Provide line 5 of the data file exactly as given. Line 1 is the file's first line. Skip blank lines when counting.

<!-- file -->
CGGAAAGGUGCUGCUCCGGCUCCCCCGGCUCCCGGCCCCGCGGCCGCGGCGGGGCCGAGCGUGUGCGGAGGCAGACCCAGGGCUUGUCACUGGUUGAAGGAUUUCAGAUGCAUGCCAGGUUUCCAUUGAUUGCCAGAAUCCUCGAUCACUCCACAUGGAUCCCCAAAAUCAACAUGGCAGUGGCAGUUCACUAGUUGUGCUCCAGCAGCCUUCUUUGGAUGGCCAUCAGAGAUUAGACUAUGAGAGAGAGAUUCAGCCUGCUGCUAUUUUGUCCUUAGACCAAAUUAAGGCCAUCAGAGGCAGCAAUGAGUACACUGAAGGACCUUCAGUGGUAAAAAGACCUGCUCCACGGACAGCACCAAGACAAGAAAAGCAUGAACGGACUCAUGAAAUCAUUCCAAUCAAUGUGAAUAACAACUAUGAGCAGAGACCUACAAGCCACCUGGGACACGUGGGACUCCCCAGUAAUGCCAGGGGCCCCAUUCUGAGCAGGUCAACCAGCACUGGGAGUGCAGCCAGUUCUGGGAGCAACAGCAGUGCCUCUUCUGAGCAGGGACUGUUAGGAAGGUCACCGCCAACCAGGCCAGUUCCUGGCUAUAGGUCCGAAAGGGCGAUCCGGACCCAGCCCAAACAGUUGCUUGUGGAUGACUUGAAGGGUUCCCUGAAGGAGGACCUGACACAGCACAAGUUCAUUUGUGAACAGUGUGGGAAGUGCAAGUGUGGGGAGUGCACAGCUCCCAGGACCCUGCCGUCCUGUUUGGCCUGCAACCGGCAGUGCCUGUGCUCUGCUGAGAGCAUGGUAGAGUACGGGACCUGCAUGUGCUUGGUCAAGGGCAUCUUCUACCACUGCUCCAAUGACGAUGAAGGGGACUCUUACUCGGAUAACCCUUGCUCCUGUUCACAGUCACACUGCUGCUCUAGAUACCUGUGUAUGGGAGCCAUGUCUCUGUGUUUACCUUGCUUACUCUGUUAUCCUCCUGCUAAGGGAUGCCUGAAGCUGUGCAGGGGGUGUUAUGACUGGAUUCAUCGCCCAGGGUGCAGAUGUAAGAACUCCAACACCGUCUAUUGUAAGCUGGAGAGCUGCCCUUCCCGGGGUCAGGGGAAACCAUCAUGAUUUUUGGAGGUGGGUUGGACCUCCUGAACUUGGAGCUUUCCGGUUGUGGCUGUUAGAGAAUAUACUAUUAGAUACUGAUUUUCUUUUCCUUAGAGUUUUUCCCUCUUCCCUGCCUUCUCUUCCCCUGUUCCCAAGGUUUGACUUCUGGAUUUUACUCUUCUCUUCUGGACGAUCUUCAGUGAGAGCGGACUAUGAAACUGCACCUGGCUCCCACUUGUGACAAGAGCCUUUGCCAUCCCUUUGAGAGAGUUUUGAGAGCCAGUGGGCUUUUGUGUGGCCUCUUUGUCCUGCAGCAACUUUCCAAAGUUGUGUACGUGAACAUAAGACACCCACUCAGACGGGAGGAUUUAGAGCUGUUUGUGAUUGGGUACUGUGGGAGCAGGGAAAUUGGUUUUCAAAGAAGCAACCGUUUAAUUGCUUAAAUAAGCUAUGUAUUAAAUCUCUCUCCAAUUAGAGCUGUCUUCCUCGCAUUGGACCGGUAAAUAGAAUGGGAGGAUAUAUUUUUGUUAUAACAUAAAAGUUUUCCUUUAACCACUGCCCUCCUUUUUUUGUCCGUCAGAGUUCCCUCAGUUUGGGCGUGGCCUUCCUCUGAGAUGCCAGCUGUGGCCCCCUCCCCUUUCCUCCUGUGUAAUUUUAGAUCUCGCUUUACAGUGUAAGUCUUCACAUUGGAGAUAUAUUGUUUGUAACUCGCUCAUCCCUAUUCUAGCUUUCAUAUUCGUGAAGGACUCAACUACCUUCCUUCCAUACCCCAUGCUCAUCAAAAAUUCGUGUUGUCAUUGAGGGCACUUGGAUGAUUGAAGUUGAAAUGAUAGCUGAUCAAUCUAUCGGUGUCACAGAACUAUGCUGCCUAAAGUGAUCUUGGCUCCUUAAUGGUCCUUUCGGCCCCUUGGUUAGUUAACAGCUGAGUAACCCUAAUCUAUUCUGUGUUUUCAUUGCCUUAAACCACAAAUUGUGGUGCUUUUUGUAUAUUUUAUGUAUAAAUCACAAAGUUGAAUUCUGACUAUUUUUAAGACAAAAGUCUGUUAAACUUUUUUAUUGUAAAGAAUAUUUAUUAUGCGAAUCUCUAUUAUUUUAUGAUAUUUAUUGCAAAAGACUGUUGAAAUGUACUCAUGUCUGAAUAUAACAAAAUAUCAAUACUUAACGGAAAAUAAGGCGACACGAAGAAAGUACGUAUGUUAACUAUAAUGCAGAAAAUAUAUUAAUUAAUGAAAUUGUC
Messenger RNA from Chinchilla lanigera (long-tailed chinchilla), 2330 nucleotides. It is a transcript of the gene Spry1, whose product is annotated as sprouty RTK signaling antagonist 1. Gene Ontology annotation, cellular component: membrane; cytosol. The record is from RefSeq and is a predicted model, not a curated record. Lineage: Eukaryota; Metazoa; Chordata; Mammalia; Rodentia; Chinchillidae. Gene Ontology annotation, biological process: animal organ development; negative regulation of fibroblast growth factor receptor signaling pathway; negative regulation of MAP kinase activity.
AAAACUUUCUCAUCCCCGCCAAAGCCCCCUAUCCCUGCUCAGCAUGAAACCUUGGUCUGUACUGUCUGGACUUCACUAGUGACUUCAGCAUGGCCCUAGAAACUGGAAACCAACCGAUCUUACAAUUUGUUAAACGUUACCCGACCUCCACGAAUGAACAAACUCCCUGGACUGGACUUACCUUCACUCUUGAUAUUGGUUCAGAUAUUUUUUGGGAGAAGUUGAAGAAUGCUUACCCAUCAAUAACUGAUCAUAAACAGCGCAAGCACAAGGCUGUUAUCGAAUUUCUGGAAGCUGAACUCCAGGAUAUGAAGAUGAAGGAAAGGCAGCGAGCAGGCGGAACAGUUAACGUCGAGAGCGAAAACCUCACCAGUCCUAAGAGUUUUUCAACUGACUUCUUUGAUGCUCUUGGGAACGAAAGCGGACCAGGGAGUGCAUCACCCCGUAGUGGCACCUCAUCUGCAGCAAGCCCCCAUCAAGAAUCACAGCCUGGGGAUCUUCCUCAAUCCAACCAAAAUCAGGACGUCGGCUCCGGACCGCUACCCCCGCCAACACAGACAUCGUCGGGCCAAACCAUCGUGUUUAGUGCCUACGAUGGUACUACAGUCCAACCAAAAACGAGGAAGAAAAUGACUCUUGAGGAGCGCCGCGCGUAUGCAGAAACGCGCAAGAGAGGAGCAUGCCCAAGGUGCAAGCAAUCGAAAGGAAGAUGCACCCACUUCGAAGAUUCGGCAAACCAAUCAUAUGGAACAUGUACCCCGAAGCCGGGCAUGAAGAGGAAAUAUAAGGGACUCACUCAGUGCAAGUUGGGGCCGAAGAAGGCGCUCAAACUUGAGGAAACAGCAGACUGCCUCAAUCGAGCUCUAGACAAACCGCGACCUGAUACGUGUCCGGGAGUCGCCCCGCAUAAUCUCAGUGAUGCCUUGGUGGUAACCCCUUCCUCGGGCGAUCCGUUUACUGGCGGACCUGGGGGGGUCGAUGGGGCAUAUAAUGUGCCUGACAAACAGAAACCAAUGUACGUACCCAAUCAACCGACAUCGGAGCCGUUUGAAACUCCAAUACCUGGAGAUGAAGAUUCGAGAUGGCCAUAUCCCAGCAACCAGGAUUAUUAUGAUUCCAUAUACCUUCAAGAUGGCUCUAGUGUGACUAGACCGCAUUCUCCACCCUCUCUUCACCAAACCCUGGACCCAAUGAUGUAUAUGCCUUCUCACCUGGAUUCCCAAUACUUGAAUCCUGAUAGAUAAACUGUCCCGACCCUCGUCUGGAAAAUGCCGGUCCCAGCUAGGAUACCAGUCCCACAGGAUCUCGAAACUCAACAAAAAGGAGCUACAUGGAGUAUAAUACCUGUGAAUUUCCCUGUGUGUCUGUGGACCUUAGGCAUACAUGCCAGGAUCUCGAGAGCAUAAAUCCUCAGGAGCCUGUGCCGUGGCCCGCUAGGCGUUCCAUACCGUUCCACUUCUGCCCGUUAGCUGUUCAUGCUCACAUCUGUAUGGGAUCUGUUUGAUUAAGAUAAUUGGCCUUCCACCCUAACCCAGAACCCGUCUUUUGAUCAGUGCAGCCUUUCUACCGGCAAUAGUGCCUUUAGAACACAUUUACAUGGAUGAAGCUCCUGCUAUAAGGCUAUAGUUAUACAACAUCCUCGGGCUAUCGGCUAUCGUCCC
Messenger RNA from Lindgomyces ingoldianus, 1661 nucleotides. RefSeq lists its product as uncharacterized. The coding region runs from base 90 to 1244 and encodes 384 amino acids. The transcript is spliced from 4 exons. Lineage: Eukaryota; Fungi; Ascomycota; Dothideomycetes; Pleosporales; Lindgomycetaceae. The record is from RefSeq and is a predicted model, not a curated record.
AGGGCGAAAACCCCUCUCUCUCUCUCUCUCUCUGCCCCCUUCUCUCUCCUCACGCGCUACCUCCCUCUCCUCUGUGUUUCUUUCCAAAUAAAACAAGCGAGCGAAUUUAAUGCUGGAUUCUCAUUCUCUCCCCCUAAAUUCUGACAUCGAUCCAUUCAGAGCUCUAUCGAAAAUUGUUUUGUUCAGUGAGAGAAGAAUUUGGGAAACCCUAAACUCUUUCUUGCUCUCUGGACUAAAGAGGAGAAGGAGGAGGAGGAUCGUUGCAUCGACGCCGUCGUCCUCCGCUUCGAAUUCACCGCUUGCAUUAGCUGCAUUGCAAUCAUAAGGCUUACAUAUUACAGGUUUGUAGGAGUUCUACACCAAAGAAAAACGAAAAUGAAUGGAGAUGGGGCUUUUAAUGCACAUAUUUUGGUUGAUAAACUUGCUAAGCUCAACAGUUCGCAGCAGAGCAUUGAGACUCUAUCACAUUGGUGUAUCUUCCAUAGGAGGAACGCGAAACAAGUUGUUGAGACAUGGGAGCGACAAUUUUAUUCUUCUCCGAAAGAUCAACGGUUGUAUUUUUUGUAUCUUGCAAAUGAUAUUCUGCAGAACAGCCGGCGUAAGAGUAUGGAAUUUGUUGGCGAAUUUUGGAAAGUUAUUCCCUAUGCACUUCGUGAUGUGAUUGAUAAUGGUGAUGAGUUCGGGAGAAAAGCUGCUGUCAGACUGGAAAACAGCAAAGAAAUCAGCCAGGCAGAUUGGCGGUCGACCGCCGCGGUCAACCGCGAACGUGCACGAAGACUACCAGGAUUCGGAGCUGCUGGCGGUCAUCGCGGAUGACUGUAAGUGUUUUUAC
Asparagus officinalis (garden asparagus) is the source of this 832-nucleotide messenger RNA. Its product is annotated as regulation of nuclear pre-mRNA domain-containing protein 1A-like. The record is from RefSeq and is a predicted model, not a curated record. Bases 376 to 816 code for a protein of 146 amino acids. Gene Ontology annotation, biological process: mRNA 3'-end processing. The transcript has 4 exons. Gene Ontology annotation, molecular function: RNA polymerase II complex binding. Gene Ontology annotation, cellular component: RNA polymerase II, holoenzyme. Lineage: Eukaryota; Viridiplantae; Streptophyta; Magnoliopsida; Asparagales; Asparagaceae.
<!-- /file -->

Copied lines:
AGGGCGAAAACCCCUCUCUCUCUCUCUCUCUCUGCCCCCUUCUCUCUCCUCACGCGCUACCUCCCUCUCCUCUGUGUUUCUUUCCAAAUAAAACAAGCGAGCGAAUUUAAUGCUGGAUUCUCAUUCUCUCCCCCUAAAUUCUGACAUCGAUCCAUUCAGAGCUCUAUCGAAAAUUGUUUUGUUCAGUGAGAGAAGAAUUUGGGAAACCCUAAACUCUUUCUUGCUCUCUGGACUAAAGAGGAGAAGGAGGAGGAGGAUCGUUGCAUCGACGCCGUCGUCCUCCGCUUCGAAUUCACCGCUUGCAUUAGCUGCAUUGCAAUCAUAAGGCUUACAUAUUACAGGUUUGUAGGAGUUCUACACCAAAGAAAAACGAAAAUGAAUGGAGAUGGGGCUUUUAAUGCACAUAUUUUGGUUGAUAAACUUGCUAAGCUCAACAGUUCGCAGCAGAGCAUUGAGACUCUAUCACAUUGGUGUAUCUUCCAUAGGAGGAACGCGAAACAAGUUGUUGAGACAUGGGAGCGACAAUUUUAUUCUUCUCCGAAAGAUCAACGGUUGUAUUUUUUGUAUCUUGCAAAUGAUAUUCUGCAGAACAGCCGGCGUAAGAGUAUGGAAUUUGUUGGCGAAUUUUGGAAAGUUAUUCCCUAUGCACUUCGUGAUGUGAUUGAUAAUGGUGAUGAGUUCGGGAGAAAAGCUGCUGUCAGACUGGAAAACAGCAAAGAAAUCAGCCAGGCAGAUUGGCGGUCGACCGCCGCGGUCAACCGCGAACGUGCACGAAGACUACCAGGAUUCGGAGCUGCUGGCGGUCAUCGCGGAUGACUGUAAGUGUUUUUAC